Because of differential mapping, no estimation of the absolute phase of the subcarriers is required. Therefore, channel estimation and the related overhead are not necessary. By choosing the frequency axis as direction for differentially encoding the information bitstream, the requirement that the channel must be stationary during several MCM symbols can be dropped. The channel only has to remain unchanged during the current MCM symbol period. Therefore, like for non-differential mapping it holds that

required channel coherence time≧MCM symbol period.

The present invention provides methods and apparatus for correction of phase distortions that can be caused by channel echoes. As described above, differential mapping into frequency axis direction solves problems related to the stationarity of the channel. However, differential mapping into frequency axis direction may create a new problem. In multipath environments, path echoes succeeding or preceding the main path can lead to systematic phase offsets between sub-carriers in the same MCM symbol. In this context, the main path is thought of being the path echo with the highest energy content. The main path echo will determine the position of the FFT window in the receiver of an MCM system.

According to the present invention, the information will be contained in a phase shift between adjacent subcarriers of the same MCM symbol. If not corrected for, the path echo induced phase offset between two subcarriers can lead to an increase in bit error rate. Therefore, application of the MCM mapping scheme presented in this invention will preferably be used in combination with a correction of the systematic subcarrier phase offsets in case of a multipath channel.

The introduced phase offset can be explained from the shifting property of the Discrete Fourier Transform (DFT): x [ ( ( n - m ) ) N ] DFT X [ k ] - j 2 π N km ( Eq . 3 ) with x [ n ] : sampled time domain signal ( 0 n N - 1 ) X [ k ] : DFT transformed frequency domain signal ( 0 k N - 1 ) N : length of DFT ( ) N : cyclic shift of the DFT window in the time m : length of DFT - Shift in the time domain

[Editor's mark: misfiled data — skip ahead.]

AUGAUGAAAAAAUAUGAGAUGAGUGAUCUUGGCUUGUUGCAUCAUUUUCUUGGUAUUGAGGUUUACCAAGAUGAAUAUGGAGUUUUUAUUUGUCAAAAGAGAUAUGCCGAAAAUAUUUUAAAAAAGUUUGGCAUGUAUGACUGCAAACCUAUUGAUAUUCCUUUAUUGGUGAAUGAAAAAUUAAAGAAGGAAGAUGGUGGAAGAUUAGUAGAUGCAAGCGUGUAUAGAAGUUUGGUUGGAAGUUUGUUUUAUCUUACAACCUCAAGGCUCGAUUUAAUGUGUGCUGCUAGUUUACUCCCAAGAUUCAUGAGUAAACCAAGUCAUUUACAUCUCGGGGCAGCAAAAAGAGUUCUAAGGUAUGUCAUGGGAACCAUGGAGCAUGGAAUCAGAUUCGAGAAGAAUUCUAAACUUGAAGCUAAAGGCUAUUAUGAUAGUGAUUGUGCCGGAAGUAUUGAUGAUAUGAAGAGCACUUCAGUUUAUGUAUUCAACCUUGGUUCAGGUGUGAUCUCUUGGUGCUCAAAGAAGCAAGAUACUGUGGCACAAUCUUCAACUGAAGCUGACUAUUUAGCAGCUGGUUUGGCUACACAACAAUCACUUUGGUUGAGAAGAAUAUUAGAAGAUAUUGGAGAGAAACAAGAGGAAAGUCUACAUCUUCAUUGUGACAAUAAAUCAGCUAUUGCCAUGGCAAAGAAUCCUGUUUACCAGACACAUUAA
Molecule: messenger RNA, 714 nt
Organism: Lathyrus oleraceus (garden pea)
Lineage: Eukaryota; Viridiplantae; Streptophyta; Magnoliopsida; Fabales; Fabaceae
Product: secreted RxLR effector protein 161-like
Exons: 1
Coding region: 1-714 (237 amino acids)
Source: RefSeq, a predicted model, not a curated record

Equation 3 shows, that in a multipath channel, echoes following the main path will yield a subcarrier dependent phase offset. After differential demapping in the frequency axis direction at the receiver, a phase offset between two neighboring symbols remains. Because the channel induced phase offsets between differentially demodulated symbols are systematic errors, they can be corrected by an algorithm.

In the context of the following specification, algorithms which help correcting the phase shift are called Echo Phase offset correction (EPOC) algorithms. Two such algorithms are described as preferred embodiments for the correction of phase distortions that can be caused by channel echoes. These algorithms yield a sufficient detection security for MCM frequency axis mapping even in channels with echoes close to the limits of the guard interval.

In principle, an EPOC algorithm must calculate the echo induced phase offset from the signal space constellation following the differential demodulation and subsequently correct this phase offset.

BRIEF DESCRIPTION OF THE DRAWINGS

In the following, preferred embodiments of the present invention will be explained in detail on the basis of the drawings enclosed, in which:

FIG. 1 shows a schematic view representing a mapping scheme used according to the invention;

FIG. 2 shows a functional block diagram of an embodiment of a mapping device;

FIGS. 3A and 3B show scatter diagrams of the output of an differential de-mapper of a MCM receiver for illustrating the effect of an echo phase offset correction;

FIG. 4 shows a schematic block diagram for illustrating the position and the functionality of an echo phase offset correction unit;

FIG. 5 shows a schematic block diagram of an embodiment of an echo phase offset correction device according to the present invention;

FIG. 6 shows schematic views for illustrating a projection performed by another embodiment of an echo phase offset correction device according to the present invention;

FIG. 7 shows a schematic block diagram of a generic multi-carrier modulation system; and

FIG. 8 shows a schematic view representing a prior art differential mapping scheme.

DETAILED DESCRIPTION OF THE PREFERRED EMBODIMENTS

In a preferred embodiment thereof, the present invention is applied to a MCM system as shown in FIG. 7. With respect to this MCM system, the present invention relates to the bit-carrier mapper 106 of the MCM transmitter 100 and the carrier-bit mapper 142 of the MCM receiver 130, which are depicted with a shaded background in FIG. 7.